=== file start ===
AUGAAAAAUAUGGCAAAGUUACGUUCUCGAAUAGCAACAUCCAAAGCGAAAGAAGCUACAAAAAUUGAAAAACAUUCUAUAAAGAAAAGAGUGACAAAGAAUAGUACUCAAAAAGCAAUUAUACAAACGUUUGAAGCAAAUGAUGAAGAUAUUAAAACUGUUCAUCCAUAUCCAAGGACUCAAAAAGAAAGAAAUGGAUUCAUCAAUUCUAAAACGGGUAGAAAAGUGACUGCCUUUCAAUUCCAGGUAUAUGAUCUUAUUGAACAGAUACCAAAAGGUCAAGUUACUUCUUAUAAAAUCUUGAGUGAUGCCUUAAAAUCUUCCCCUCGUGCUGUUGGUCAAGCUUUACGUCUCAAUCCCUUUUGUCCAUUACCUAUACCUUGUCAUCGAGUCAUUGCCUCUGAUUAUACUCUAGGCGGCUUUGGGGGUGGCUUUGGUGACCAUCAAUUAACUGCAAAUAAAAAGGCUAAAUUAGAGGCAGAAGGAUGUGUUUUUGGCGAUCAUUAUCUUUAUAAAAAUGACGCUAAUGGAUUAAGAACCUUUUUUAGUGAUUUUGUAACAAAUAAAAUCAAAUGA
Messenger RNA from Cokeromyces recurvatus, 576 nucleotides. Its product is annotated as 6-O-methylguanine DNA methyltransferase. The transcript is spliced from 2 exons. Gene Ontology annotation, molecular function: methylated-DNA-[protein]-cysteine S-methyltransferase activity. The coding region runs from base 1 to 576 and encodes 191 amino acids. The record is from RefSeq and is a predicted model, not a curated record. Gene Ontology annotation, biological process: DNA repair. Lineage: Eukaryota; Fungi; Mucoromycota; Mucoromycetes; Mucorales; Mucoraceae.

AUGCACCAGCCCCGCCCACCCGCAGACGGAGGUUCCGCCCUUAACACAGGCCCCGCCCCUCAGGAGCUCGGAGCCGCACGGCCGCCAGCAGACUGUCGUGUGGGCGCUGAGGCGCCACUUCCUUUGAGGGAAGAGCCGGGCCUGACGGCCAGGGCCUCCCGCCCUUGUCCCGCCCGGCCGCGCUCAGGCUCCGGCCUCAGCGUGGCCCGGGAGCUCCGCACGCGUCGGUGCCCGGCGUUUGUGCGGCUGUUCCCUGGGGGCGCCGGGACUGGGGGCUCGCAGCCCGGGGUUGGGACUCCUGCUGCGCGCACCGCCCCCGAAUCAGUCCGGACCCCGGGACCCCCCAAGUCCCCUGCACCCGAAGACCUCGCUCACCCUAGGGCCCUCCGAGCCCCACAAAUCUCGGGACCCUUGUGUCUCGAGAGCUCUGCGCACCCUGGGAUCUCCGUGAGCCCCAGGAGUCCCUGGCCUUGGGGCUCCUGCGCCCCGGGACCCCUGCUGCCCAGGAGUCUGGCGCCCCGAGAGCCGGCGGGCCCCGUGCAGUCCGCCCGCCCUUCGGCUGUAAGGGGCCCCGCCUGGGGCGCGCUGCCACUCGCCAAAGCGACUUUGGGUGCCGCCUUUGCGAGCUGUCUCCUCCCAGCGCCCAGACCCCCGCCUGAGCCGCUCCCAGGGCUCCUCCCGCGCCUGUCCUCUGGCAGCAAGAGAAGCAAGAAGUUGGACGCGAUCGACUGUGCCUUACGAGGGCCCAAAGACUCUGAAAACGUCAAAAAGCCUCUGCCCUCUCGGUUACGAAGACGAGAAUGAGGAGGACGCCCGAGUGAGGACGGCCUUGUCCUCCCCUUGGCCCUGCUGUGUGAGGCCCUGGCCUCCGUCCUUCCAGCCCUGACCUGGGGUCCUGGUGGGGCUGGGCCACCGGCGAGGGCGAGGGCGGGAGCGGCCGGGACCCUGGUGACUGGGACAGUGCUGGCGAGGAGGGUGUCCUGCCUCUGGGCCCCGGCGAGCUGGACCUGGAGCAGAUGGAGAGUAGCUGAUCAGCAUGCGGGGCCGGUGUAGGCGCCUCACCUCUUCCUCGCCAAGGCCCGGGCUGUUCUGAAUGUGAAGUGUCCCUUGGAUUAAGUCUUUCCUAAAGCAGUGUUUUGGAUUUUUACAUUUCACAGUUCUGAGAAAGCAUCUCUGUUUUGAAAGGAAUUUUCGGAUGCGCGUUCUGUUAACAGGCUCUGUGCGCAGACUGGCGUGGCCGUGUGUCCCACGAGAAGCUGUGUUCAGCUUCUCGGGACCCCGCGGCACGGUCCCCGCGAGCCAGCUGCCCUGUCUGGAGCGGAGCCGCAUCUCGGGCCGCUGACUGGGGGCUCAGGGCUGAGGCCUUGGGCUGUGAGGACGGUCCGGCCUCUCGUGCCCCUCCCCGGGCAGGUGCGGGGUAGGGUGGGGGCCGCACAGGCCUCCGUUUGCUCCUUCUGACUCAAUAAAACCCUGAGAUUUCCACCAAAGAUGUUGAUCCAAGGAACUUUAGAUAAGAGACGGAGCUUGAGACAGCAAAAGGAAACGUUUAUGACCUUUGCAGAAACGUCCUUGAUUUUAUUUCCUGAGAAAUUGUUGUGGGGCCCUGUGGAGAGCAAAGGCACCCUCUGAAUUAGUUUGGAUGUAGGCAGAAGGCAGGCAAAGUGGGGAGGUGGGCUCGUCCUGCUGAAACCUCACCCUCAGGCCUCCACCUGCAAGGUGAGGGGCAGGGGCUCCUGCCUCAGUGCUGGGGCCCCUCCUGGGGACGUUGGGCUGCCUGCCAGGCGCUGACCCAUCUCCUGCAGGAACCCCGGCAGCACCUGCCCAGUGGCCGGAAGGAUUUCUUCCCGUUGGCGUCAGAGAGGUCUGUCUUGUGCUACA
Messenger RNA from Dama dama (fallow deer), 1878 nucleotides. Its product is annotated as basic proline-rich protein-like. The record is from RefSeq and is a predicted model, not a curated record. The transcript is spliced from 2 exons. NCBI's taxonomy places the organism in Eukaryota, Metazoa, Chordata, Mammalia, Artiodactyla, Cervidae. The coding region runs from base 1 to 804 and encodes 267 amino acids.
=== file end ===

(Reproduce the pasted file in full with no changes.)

AUGAAAAAUAUGGCAAAGUUACGUUCUCGAAUAGCAACAUCCAAAGCGAAAGAAGCUACAAAAAUUGAAAAACAUUCUAUAAAGAAAAGAGUGACAAAGAAUAGUACUCAAAAAGCAAUUAUACAAACGUUUGAAGCAAAUGAUGAAGAUAUUAAAACUGUUCAUCCAUAUCCAAGGACUCAAAAAGAAAGAAAUGGAUUCAUCAAUUCUAAAACGGGUAGAAAAGUGACUGCCUUUCAAUUCCAGGUAUAUGAUCUUAUUGAACAGAUACCAAAAGGUCAAGUUACUUCUUAUAAAAUCUUGAGUGAUGCCUUAAAAUCUUCCCCUCGUGCUGUUGGUCAAGCUUUACGUCUCAAUCCCUUUUGUCCAUUACCUAUACCUUGUCAUCGAGUCAUUGCCUCUGAUUAUACUCUAGGCGGCUUUGGGGGUGGCUUUGGUGACCAUCAAUUAACUGCAAAUAAAAAGGCUAAAUUAGAGGCAGAAGGAUGUGUUUUUGGCGAUCAUUAUCUUUAUAAAAAUGACGCUAAUGGAUUAAGAACCUUUUUUAGUGAUUUUGUAACAAAUAAAAUCAAAUGA
Messenger RNA from Cokeromyces recurvatus, 576 nucleotides. Its product is annotated as 6-O-methylguanine DNA methyltransferase. The transcript is spliced from 2 exons. Gene Ontology annotation, molecular function: methylated-DNA-[protein]-cysteine S-methyltransferase activity. The coding region runs from base 1 to 576 and encodes 191 amino acids. The record is from RefSeq and is a predicted model, not a curated record. Gene Ontology annotation, biological process: DNA repair. Lineage: Eukaryota; Fungi; Mucoromycota; Mucoromycetes; Mucorales; Mucoraceae.

AUGCACCAGCCCCGCCCACCCGCAGACGGAGGUUCCGCCCUUAACACAGGCCCCGCCCCUCAGGAGCUCGGAGCCGCACGGCCGCCAGCAGACUGUCGUGUGGGCGCUGAGGCGCCACUUCCUUUGAGGGAAGAGCCGGGCCUGACGGCCAGGGCCUCCCGCCCUUGUCCCGCCCGGCCGCGCUCAGGCUCCGGCCUCAGCGUGGCCCGGGAGCUCCGCACGCGUCGGUGCCCGGCGUUUGUGCGGCUGUUCCCUGGGGGCGCCGGGACUGGGGGCUCGCAGCCCGGGGUUGGGACUCCUGCUGCGCGCACCGCCCCCGAAUCAGUCCGGACCCCGGGACCCCCCAAGUCCCCUGCACCCGAAGACCUCGCUCACCCUAGGGCCCUCCGAGCCCCACAAAUCUCGGGACCCUUGUGUCUCGAGAGCUCUGCGCACCCUGGGAUCUCCGUGAGCCCCAGGAGUCCCUGGCCUUGGGGCUCCUGCGCCCCGGGACCCCUGCUGCCCAGGAGUCUGGCGCCCCGAGAGCCGGCGGGCCCCGUGCAGUCCGCCCGCCCUUCGGCUGUAAGGGGCCCCGCCUGGGGCGCGCUGCCACUCGCCAAAGCGACUUUGGGUGCCGCCUUUGCGAGCUGUCUCCUCCCAGCGCCCAGACCCCCGCCUGAGCCGCUCCCAGGGCUCCUCCCGCGCCUGUCCUCUGGCAGCAAGAGAAGCAAGAAGUUGGACGCGAUCGACUGUGCCUUACGAGGGCCCAAAGACUCUGAAAACGUCAAAAAGCCUCUGCCCUCUCGGUUACGAAGACGAGAAUGAGGAGGACGCCCGAGUGAGGACGGCCUUGUCCUCCCCUUGGCCCUGCUGUGUGAGGCCCUGGCCUCCGUCCUUCCAGCCCUGACCUGGGGUCCUGGUGGGGCUGGGCCACCGGCGAGGGCGAGGGCGGGAGCGGCCGGGACCCUGGUGACUGGGACAGUGCUGGCGAGGAGGGUGUCCUGCCUCUGGGCCCCGGCGAGCUGGACCUGGAGCAGAUGGAGAGUAGCUGAUCAGCAUGCGGGGCCGGUGUAGGCGCCUCACCUCUUCCUCGCCAAGGCCCGGGCUGUUCUGAAUGUGAAGUGUCCCUUGGAUUAAGUCUUUCCUAAAGCAGUGUUUUGGAUUUUUACAUUUCACAGUUCUGAGAAAGCAUCUCUGUUUUGAAAGGAAUUUUCGGAUGCGCGUUCUGUUAACAGGCUCUGUGCGCAGACUGGCGUGGCCGUGUGUCCCACGAGAAGCUGUGUUCAGCUUCUCGGGACCCCGCGGCACGGUCCCCGCGAGCCAGCUGCCCUGUCUGGAGCGGAGCCGCAUCUCGGGCCGCUGACUGGGGGCUCAGGGCUGAGGCCUUGGGCUGUGAGGACGGUCCGGCCUCUCGUGCCCCUCCCCGGGCAGGUGCGGGGUAGGGUGGGGGCCGCACAGGCCUCCGUUUGCUCCUUCUGACUCAAUAAAACCCUGAGAUUUCCACCAAAGAUGUUGAUCCAAGGAACUUUAGAUAAGAGACGGAGCUUGAGACAGCAAAAGGAAACGUUUAUGACCUUUGCAGAAACGUCCUUGAUUUUAUUUCCUGAGAAAUUGUUGUGGGGCCCUGUGGAGAGCAAAGGCACCCUCUGAAUUAGUUUGGAUGUAGGCAGAAGGCAGGCAAAGUGGGGAGGUGGGCUCGUCCUGCUGAAACCUCACCCUCAGGCCUCCACCUGCAAGGUGAGGGGCAGGGGCUCCUGCCUCAGUGCUGGGGCCCCUCCUGGGGACGUUGGGCUGCCUGCCAGGCGCUGACCCAUCUCCUGCAGGAACCCCGGCAGCACCUGCCCAGUGGCCGGAAGGAUUUCUUCCCGUUGGCGUCAGAGAGGUCUGUCUUGUGCUACA
Messenger RNA from Dama dama (fallow deer), 1878 nucleotides. Its product is annotated as basic proline-rich protein-like. The record is from RefSeq and is a predicted model, not a curated record. The transcript is spliced from 2 exons. NCBI's taxonomy places the organism in Eukaryota, Metazoa, Chordata, Mammalia, Artiodactyla, Cervidae. The coding region runs from base 1 to 804 and encodes 267 amino acids.